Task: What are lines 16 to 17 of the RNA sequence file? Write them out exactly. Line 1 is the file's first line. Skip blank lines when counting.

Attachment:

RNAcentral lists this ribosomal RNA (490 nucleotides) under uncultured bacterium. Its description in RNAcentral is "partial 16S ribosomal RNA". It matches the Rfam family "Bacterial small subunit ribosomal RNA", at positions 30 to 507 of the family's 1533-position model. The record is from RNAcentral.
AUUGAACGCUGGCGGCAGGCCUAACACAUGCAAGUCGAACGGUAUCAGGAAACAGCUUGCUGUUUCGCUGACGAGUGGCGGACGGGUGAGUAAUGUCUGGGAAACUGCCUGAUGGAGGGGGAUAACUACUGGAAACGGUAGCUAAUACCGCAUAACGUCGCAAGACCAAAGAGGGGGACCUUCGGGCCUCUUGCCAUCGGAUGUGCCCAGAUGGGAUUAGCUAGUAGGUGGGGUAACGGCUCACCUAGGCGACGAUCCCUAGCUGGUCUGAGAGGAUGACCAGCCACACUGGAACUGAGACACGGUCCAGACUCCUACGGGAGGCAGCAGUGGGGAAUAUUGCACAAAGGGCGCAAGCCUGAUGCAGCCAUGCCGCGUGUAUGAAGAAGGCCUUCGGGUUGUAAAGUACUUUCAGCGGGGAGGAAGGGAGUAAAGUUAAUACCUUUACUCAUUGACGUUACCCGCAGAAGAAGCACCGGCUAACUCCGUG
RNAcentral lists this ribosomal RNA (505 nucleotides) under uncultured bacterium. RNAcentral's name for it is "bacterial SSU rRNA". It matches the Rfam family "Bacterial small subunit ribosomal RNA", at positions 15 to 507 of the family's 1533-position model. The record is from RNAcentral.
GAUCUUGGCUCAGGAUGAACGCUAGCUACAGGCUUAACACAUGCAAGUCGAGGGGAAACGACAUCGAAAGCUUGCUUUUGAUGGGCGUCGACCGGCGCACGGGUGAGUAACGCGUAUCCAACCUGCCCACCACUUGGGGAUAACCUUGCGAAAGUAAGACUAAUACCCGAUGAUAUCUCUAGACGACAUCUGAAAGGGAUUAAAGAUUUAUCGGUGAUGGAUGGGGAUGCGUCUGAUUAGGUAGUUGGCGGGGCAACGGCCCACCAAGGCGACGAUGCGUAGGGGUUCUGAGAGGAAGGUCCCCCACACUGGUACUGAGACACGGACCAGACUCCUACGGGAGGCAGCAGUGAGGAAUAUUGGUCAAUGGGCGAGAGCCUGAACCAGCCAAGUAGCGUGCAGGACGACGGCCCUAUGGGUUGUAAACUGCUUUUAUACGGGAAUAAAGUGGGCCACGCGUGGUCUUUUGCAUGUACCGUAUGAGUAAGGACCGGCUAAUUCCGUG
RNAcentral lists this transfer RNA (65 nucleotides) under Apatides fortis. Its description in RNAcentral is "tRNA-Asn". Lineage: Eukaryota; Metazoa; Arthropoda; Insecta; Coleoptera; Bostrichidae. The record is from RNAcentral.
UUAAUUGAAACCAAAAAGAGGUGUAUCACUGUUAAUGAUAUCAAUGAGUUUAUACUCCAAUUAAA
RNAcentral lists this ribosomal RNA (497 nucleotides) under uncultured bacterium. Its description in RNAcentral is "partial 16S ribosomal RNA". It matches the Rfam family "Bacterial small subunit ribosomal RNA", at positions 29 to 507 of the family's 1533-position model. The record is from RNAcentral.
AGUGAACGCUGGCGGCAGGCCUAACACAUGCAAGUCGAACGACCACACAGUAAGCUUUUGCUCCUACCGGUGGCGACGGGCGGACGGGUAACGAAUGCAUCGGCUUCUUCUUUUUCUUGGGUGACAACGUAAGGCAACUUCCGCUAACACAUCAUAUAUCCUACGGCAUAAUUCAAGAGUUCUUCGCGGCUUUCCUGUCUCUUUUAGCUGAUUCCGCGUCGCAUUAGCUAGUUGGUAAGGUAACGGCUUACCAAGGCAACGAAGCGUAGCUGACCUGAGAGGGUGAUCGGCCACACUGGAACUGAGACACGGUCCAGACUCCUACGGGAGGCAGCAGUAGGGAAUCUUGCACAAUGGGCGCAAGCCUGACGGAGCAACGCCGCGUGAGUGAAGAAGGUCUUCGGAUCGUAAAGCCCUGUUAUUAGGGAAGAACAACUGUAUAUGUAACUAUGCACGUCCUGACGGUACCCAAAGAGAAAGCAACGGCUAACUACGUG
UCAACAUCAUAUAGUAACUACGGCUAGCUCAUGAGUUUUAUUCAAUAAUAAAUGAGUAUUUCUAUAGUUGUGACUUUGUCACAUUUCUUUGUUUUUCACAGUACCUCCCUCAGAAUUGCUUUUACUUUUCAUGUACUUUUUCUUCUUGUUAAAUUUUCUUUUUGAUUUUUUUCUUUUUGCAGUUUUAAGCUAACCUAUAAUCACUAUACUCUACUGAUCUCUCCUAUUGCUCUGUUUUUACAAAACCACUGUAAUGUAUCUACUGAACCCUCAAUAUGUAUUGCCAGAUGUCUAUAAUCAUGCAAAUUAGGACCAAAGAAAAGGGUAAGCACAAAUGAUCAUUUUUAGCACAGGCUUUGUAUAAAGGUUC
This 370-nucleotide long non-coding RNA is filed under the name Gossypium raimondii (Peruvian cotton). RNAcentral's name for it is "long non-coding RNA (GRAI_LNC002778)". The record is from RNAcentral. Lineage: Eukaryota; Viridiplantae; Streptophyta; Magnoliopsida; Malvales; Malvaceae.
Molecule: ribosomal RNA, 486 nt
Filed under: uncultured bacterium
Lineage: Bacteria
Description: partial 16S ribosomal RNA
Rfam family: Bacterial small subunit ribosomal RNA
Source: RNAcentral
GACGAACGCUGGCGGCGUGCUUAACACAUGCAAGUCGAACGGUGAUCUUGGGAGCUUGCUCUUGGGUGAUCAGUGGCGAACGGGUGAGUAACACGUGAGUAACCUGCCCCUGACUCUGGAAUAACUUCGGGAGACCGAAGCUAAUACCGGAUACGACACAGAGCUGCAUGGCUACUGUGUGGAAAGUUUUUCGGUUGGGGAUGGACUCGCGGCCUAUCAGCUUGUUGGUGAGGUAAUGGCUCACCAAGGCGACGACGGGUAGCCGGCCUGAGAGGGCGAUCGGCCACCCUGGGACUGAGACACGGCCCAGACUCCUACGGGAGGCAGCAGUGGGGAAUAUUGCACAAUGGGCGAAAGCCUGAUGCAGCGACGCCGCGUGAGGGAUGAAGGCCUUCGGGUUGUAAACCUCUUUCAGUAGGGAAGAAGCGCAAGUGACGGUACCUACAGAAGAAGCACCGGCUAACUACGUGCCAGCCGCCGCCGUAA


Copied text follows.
Source: RNAcentral
GACGAACGCUGGCGGCGUGCUUAACACAUGCAAGUCGAACGGUGAUCUUGGGAGCUUGCUCUUGGGUGAUCAGUGGCGAACGGGUGAGUAACACGUGAGUAACCUGCCCCUGACUCUGGAAUAACUUCGGGAGACCGAAGCUAAUACCGGAUACGACACAGAGCUGCAUGGCUACUGUGUGGAAAGUUUUUCGGUUGGGGAUGGACUCGCGGCCUAUCAGCUUGUUGGUGAGGUAAUGGCUCACCAAGGCGACGACGGGUAGCCGGCCUGAGAGGGCGAUCGGCCACCCUGGGACUGAGACACGGCCCAGACUCCUACGGGAGGCAGCAGUGGGGAAUAUUGCACAAUGGGCGAAAGCCUGAUGCAGCGACGCCGCGUGAGGGAUGAAGGCCUUCGGGUUGUAAACCUCUUUCAGUAGGGAAGAAGCGCAAGUGACGGUACCUACAGAAGAAGCACCGGCUAACUACGUGCCAGCCGCCGCCGUAA